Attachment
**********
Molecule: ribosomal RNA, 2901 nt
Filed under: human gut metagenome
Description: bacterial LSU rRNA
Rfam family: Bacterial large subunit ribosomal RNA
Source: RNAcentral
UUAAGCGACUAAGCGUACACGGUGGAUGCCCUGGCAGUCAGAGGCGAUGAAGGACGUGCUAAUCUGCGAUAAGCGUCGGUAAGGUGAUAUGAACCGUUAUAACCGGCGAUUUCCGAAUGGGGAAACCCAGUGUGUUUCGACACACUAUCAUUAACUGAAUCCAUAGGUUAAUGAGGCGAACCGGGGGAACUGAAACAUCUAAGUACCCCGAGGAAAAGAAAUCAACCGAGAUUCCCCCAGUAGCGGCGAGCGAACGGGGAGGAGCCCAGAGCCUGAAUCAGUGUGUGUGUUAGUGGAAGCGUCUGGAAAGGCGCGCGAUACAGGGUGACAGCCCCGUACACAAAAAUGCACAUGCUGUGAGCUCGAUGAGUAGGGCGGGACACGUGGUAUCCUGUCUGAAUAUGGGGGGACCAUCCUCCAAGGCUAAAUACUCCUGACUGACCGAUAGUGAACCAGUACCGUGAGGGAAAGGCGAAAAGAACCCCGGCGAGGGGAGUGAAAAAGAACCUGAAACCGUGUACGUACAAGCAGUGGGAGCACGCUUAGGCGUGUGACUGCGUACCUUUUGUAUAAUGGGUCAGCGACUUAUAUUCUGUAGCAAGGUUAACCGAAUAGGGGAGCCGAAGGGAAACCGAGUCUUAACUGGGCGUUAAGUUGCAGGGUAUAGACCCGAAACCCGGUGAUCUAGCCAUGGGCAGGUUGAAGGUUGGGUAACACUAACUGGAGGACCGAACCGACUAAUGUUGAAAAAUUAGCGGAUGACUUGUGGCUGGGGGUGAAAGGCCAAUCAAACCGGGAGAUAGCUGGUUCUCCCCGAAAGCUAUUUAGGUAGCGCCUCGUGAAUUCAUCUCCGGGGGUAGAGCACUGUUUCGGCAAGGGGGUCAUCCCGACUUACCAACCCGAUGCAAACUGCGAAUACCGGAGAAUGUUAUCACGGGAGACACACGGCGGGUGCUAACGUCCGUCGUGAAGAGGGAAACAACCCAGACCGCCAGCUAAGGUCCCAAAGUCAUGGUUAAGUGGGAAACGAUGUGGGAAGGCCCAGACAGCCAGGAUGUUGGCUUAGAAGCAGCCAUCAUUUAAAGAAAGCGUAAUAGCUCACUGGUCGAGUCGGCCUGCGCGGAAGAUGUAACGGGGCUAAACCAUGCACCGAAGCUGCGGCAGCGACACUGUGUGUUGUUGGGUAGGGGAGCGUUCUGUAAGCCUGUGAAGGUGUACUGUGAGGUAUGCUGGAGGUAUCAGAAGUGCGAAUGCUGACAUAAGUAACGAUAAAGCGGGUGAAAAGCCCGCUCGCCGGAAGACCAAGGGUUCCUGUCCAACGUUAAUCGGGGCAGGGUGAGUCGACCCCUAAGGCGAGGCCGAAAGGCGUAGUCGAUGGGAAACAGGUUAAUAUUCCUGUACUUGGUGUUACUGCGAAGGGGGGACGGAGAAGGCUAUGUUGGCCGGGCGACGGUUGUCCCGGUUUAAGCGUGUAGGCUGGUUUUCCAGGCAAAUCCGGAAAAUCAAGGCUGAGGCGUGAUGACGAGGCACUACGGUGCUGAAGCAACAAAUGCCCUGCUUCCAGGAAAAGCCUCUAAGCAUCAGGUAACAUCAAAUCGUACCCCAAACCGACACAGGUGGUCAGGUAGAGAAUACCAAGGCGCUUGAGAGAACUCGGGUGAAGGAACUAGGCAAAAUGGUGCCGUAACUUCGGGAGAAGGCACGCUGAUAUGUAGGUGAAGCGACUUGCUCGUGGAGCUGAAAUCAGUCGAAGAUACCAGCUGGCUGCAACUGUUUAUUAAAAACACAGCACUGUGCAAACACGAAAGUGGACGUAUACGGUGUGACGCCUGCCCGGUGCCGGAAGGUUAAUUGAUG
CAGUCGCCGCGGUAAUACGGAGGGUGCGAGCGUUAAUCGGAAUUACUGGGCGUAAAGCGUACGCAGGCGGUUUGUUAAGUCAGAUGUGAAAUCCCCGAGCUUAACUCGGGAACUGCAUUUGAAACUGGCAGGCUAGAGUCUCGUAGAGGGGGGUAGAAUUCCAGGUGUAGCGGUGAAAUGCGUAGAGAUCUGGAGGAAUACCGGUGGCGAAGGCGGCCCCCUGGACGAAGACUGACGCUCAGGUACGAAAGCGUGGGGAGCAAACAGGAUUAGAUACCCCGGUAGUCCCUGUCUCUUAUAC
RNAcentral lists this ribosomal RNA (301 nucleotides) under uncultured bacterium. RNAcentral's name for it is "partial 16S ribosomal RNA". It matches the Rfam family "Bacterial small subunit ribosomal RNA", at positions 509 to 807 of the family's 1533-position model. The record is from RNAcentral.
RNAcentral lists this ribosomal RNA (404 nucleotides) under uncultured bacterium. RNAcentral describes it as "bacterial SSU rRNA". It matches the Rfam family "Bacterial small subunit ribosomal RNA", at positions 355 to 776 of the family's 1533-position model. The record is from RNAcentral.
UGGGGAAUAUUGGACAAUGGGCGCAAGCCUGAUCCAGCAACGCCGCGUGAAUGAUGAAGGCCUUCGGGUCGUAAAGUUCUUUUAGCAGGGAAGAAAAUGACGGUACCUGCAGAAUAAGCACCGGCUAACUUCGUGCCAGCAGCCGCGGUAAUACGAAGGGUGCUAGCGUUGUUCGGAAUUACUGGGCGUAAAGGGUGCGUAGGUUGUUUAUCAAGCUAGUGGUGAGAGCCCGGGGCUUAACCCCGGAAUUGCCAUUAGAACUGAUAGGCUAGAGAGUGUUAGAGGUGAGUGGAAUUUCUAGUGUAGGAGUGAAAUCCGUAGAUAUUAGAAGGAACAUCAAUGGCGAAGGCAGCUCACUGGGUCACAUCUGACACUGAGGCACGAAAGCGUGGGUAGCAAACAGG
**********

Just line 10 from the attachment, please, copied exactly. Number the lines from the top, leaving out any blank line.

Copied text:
UGGGGAAUAUUGGACAAUGGGCGCAAGCCUGAUCCAGCAACGCCGCGUGAAUGAUGAAGGCCUUCGGGUCGUAAAGUUCUUUUAGCAGGGAAGAAAAUGACGGUACCUGCAGAAUAAGCACCGGCUAACUUCGUGCCAGCAGCCGCGGUAAUACGAAGGGUGCUAGCGUUGUUCGGAAUUACUGGGCGUAAAGGGUGCGUAGGUUGUUUAUCAAGCUAGUGGUGAGAGCCCGGGGCUUAACCCCGGAAUUGCCAUUAGAACUGAUAGGCUAGAGAGUGUUAGAGGUGAGUGGAAUUUCUAGUGUAGGAGUGAAAUCCGUAGAUAUUAGAAGGAACAUCAAUGGCGAAGGCAGCUCACUGGGUCACAUCUGACACUGAGGCACGAAAGCGUGGGUAGCAAACAGG